Panic over stories of youth violence led to the 1994 Guns-Free Schools Act, which allocated extra funding to local schools that could demonstrate that when a student brought a weapon to campus, he would be expelled for at least one year and referred to appropriate authorities in the justice system. But policymakers went far beyond this minimum standard, calling for stricter punishment for any disruptive or dangerous actions. While specific policies differ from state to state and even school to school, by 1997 at least 79 percent of schools nationwide had adopted zero-tolerance policies toward alcohol, drugs and violence. (Zero-tolerance describes policies that automatically impose severe discipline on students without regard to individual circumstances.)

Curbing violence and drugs in school is a worthy goal, but the enforcement of zero-tolerance policies has often led to extreme punishments for benign behavior. The Advancement Project describes it well:
"While zero tolerance once required suspension or expulsion for a specified list of serious offenses, it is now an overarching approach toward discipline for potential weapons, imaginary weapons, perceived weapons, a smart mouth, headache medicine, tardiness, and spitballs."
Spitballs and LEGOs and Tantrums, Oh My!

In December 2010, 14-year-old Andrew Mikel used a plastic tube to blow plastic pellets at fellow students in Spotsylvania High School during lunch period. School officials expelled him for possession and use of a weapon, and they called a deputy sheriff to the scene who charged him with three counts of misdemeanor assault. E-mail traffic among school officials showed they ruled that Mikel's plastic tube met the definition of a projectile weapon because it was "used to intimidate, threaten or harm others." Mikel is being home-schooled while his case is under appeal.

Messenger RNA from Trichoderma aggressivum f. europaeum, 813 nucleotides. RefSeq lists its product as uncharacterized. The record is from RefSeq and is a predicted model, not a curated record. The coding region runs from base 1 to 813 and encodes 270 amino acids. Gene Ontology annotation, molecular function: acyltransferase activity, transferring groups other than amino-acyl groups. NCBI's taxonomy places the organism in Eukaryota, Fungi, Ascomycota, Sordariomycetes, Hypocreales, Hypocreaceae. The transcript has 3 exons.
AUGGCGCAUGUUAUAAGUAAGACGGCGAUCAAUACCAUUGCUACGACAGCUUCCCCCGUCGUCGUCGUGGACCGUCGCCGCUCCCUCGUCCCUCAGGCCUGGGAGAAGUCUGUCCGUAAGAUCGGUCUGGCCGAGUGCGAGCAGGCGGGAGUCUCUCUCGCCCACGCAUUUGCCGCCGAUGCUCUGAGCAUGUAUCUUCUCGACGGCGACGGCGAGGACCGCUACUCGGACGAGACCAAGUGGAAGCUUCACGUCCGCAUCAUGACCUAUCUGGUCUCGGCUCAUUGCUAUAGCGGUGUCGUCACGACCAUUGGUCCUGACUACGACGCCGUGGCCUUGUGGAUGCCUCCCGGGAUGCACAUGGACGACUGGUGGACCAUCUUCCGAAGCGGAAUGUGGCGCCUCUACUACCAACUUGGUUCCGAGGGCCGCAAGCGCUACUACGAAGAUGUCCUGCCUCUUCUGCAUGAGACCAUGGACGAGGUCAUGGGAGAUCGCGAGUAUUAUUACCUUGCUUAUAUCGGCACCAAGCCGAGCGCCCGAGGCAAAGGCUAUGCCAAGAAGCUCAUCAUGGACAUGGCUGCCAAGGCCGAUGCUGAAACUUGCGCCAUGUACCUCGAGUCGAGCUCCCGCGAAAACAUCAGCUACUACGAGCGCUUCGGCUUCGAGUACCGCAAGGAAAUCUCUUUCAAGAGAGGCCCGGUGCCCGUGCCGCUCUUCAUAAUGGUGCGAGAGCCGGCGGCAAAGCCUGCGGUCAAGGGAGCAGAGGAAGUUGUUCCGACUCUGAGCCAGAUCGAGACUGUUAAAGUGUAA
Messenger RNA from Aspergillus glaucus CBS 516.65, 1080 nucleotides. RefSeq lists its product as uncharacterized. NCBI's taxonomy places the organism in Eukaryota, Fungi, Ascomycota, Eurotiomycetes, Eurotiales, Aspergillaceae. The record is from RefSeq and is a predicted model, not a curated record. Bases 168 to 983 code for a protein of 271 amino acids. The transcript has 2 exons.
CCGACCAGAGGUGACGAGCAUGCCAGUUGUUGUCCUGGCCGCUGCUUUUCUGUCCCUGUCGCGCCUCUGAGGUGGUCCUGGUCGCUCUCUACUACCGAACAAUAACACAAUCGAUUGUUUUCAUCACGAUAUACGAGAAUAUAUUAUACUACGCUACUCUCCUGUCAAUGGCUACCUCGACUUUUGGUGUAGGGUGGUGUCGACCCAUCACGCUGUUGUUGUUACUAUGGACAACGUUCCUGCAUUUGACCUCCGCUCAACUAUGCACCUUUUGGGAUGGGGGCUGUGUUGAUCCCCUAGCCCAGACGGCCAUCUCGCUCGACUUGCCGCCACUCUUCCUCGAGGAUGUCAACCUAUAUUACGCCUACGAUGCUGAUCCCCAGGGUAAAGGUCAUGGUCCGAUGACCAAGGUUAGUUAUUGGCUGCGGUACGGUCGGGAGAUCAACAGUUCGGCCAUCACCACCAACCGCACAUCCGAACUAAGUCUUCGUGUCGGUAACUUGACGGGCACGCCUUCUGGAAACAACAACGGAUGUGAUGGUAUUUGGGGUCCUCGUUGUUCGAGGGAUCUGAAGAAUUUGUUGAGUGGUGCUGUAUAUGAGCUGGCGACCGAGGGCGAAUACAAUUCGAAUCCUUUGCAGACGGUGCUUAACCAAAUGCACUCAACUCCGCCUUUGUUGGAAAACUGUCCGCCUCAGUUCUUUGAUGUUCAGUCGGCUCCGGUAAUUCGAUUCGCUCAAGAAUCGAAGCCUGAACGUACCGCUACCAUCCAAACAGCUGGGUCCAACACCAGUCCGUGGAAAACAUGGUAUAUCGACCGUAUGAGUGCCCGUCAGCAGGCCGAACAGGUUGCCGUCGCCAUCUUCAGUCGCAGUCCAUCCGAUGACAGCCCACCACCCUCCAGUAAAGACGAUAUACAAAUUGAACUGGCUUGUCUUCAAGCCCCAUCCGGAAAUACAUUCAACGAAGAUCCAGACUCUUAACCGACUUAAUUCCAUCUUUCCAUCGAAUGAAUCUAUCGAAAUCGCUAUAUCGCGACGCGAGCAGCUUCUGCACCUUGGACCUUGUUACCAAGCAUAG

Even elementary schools have been affected.

Last February, 9-year-old Patrick Timoney, a fourth-grader at PS 52 in Staten Island, NY, was almost suspended when he brought some of his Legos to school to show his friends during lunch. One of his toys was a Lego policeman holding a 2-inch plastic gun. Because the school has a no-tolerance policy when it comes to toy guns, Patrick barely escaped suspension.

In 2009, 6-year-old Zachary Christie faced the wrath of zero-tolerance when he took his new Cub Scout camping utensil to school. He was excited to show it off at lunch, but based on the code of conduct for the Christina School District, where Zachary is a first-grader, school officials had no choice but to suspend him because, "regardless of possessor's intent," knives are banned. (The multi-use tool serves as a knife, fork and spoon.) School officials concluded he had violated their zero-tolerance policy on weapons, and Zachary was suspended and faced 45 days in the district's reform school.